she is not the Bee of this story, nor, alas, is
there any James or Lyddy or Bob Mygatt or
Laflin Van Tassel, or in fact anybody !

Nothing in this story is real tears choke
me as I say it ! except possibly the automo
bile!



vii



Contents



:HAPTKR PACK

I. THE PROBLEM OF LIVING i

II. IN WHICH BEE TAKES A HAND . 19

III. FROM A SISTER S POINT OF VIEW . 39

IV. BEE AND HER CELLARETTE . . 52
V. OUR FIRST STUDIO DINNER . . 68

VI. WHAT HAPPENED AT SHERRY S . 79

VII. BOB S ENGAGEMENT .... 96

VIII. NAPOLEONIC STRATEGY . . . 113

IX. DEVELOPMENTS 138

X. BEE S VERSION OF THE VENGEANCE

OF THE EIGHTH . . . . 152
XI. THE WIDOW ASSISTS . . . .163
XII. THE MARRIAGE OF PEARL MAR
GUERITE 196

XIII. IN SEARCH OF A HUSBAND . . 207

XIV. IN WHICH BOB MAKES A PROPOSAL

OF MARRIAGE . . . .222
XV. IN WHICH BOB BEGINS His CAREER

OF MARRYING .... 230

XVI. DR. BRAGG PLAYS His PART . . 240
XVII. IN WHICH BEE APPLIES A COUNTER

IRRITANT 264



x Contents

CHAPTER PAGE

XVIII. ELEANOR S RECEPTION AND WHAT

CAME OF IT 276

XIX. IN WHICH BEE SURMOUNTS ANOTHER

OBSTACLE 282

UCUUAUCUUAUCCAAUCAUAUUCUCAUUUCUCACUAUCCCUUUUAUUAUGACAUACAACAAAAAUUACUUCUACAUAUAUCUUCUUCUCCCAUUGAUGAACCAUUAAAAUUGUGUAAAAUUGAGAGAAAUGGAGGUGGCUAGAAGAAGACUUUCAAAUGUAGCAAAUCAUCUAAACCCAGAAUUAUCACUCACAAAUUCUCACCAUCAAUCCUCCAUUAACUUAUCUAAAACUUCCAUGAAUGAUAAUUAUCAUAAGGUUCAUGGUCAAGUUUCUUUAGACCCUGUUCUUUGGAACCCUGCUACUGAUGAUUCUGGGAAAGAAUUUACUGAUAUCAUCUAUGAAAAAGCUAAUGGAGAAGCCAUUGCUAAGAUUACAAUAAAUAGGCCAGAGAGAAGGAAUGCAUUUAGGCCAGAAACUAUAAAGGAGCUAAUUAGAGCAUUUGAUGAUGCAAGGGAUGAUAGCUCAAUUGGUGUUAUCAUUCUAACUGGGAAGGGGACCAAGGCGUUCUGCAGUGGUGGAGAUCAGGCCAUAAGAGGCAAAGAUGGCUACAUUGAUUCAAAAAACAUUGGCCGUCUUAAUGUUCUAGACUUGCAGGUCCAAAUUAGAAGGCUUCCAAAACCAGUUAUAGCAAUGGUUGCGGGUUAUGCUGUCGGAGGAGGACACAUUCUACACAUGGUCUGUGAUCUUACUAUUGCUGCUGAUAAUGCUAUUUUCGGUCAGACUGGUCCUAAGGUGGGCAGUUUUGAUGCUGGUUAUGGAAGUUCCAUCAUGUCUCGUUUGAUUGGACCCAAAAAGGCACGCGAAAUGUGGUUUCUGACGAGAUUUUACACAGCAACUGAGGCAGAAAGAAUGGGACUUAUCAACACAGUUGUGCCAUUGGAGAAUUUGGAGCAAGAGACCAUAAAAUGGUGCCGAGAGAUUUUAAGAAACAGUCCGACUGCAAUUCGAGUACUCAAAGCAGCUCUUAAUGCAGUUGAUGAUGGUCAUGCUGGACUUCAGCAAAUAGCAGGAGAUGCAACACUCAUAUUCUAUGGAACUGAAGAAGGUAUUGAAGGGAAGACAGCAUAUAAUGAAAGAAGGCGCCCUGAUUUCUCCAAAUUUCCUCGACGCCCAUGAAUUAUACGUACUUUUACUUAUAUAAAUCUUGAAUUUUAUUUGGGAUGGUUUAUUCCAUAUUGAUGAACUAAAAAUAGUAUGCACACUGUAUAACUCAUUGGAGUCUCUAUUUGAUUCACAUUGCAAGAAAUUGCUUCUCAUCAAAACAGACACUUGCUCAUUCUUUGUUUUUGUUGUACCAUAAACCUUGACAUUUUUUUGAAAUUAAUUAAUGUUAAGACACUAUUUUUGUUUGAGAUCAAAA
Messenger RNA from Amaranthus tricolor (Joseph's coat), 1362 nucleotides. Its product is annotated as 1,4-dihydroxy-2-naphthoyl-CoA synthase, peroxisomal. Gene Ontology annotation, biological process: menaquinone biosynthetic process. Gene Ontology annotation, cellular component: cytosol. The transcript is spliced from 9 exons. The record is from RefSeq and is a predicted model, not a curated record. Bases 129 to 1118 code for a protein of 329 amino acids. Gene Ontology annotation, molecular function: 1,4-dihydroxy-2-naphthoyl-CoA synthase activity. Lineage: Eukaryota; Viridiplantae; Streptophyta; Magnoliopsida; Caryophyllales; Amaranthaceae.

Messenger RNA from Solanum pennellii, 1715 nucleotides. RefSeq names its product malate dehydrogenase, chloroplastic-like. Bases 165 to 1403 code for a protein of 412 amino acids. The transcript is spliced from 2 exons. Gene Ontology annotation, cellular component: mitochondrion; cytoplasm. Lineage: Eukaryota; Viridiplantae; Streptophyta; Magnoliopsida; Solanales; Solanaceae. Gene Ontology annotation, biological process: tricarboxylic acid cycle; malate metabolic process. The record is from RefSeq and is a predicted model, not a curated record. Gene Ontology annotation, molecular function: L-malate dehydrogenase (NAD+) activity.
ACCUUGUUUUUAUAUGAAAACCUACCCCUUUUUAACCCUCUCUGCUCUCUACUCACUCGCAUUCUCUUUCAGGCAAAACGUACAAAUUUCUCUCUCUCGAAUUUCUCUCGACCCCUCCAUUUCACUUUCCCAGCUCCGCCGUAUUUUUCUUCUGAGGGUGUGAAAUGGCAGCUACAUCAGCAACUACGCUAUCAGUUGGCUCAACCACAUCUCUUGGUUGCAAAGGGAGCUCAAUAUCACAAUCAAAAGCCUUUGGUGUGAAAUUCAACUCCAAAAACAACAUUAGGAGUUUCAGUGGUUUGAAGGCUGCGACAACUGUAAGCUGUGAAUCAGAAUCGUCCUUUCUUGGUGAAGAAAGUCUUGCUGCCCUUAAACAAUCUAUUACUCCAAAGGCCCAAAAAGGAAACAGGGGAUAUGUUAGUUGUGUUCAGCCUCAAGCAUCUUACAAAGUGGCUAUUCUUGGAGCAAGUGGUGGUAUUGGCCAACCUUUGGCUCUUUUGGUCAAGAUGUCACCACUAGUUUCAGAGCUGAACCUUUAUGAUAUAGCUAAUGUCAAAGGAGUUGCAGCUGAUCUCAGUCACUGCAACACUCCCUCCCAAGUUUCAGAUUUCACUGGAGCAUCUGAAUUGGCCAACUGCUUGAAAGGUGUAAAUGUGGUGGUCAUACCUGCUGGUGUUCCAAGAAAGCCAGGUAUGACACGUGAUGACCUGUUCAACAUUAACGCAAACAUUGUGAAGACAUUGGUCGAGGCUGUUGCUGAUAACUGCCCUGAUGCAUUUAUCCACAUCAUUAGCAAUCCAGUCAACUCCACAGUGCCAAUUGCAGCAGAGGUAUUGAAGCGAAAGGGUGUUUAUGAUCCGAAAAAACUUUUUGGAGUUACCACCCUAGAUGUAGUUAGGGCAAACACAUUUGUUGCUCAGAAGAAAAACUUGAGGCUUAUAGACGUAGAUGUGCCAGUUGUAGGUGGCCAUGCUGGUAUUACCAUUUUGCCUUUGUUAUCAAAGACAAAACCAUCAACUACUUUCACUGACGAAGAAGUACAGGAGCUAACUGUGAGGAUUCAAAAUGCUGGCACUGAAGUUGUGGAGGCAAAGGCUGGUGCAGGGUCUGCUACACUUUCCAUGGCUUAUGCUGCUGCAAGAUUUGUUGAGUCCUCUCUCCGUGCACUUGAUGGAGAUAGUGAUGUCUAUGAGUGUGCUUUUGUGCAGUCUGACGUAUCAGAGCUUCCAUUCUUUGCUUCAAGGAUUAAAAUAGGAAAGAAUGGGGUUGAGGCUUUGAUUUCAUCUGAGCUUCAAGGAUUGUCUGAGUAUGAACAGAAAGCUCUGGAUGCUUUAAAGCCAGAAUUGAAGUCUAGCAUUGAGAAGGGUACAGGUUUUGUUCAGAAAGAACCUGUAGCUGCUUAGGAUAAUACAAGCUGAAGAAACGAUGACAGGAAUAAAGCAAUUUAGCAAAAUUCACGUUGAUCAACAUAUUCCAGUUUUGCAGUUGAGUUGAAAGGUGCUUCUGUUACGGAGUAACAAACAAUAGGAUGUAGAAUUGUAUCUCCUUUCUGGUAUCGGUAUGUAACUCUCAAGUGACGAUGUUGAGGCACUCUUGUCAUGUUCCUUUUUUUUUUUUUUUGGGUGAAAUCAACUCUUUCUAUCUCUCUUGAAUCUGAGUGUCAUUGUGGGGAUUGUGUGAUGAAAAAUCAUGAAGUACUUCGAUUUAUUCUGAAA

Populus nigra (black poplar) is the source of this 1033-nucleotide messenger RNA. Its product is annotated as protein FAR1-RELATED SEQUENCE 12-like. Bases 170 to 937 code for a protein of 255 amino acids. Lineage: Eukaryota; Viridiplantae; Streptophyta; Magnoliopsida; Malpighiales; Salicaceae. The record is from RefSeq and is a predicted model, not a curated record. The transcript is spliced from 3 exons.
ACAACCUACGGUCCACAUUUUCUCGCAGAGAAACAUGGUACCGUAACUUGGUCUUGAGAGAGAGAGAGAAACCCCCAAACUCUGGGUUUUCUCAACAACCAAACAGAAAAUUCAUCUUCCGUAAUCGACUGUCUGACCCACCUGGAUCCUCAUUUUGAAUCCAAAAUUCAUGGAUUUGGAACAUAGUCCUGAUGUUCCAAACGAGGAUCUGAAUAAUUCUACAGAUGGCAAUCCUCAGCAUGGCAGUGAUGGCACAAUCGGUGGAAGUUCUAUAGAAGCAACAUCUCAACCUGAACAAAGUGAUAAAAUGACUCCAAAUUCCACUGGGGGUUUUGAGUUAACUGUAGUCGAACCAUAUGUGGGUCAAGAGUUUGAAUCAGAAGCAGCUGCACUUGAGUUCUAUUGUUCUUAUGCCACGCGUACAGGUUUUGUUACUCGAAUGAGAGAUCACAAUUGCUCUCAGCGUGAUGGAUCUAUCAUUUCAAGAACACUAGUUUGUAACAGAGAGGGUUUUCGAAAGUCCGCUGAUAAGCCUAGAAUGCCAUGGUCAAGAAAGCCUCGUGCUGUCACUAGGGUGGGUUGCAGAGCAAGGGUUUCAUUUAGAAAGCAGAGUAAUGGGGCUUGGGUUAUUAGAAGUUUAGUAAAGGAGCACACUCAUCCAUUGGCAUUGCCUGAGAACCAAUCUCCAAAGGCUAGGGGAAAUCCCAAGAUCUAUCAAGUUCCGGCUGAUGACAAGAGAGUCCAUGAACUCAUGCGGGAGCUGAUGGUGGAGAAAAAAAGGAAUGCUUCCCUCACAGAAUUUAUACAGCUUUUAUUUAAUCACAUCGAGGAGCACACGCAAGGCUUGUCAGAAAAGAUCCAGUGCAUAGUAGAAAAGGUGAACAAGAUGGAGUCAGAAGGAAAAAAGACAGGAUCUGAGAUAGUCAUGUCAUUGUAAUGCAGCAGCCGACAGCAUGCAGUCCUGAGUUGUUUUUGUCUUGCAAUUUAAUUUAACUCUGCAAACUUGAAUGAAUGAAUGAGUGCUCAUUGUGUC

XX. PLANS 296

XXI. LYDDY S FIRST AND BOB S SECOND

WEDDING . . . . 306

XXII. Two WIDOWS AND THEIR WORK . 311



The Concentrations of Bee

CHAPTER I

THE PROBLEM OF LIVING

"TF our Bee," said Jimmie to me one day
when we were travelling from Vienna

Jl to Buda-Pesth, " ever concentrates on a
thing, that thing is a goner. If she ever con
centrates on a woman, that woman is a goner.
And if she ever concentrates her peculiar men
tal energies on a man " Jimmie flung up
his hands " God help him ! "

I have never mentioned these remarks be
fore, although they come back to me, under
the present conditions, with the conviction that
Jimmie is not nearly the fool I sometimes
think him, and also because I was not then
ready to devote myself to a description of
Bee s deadly work, but now I am. For an
other thing, Jimmie said this just after Bee s
flirtations with the Austrian officers for mis
sionary purposes and to spread the gospel of
the American woman among the heathen of



2 The Concentrations of Bee

^ ^ . ^ ^- ^^ ^

foreign lands, so I simply thought he was re
ferring to Bee s admirable target practice in
bringing down her victim without half trying.
Yet I remember even then wishing vaguely
that Bee would concentrate on her husband,
our beloved James, who, to speak moderately,
was the most exquisitely disagreeable person
any of us had ever met, and whose chief de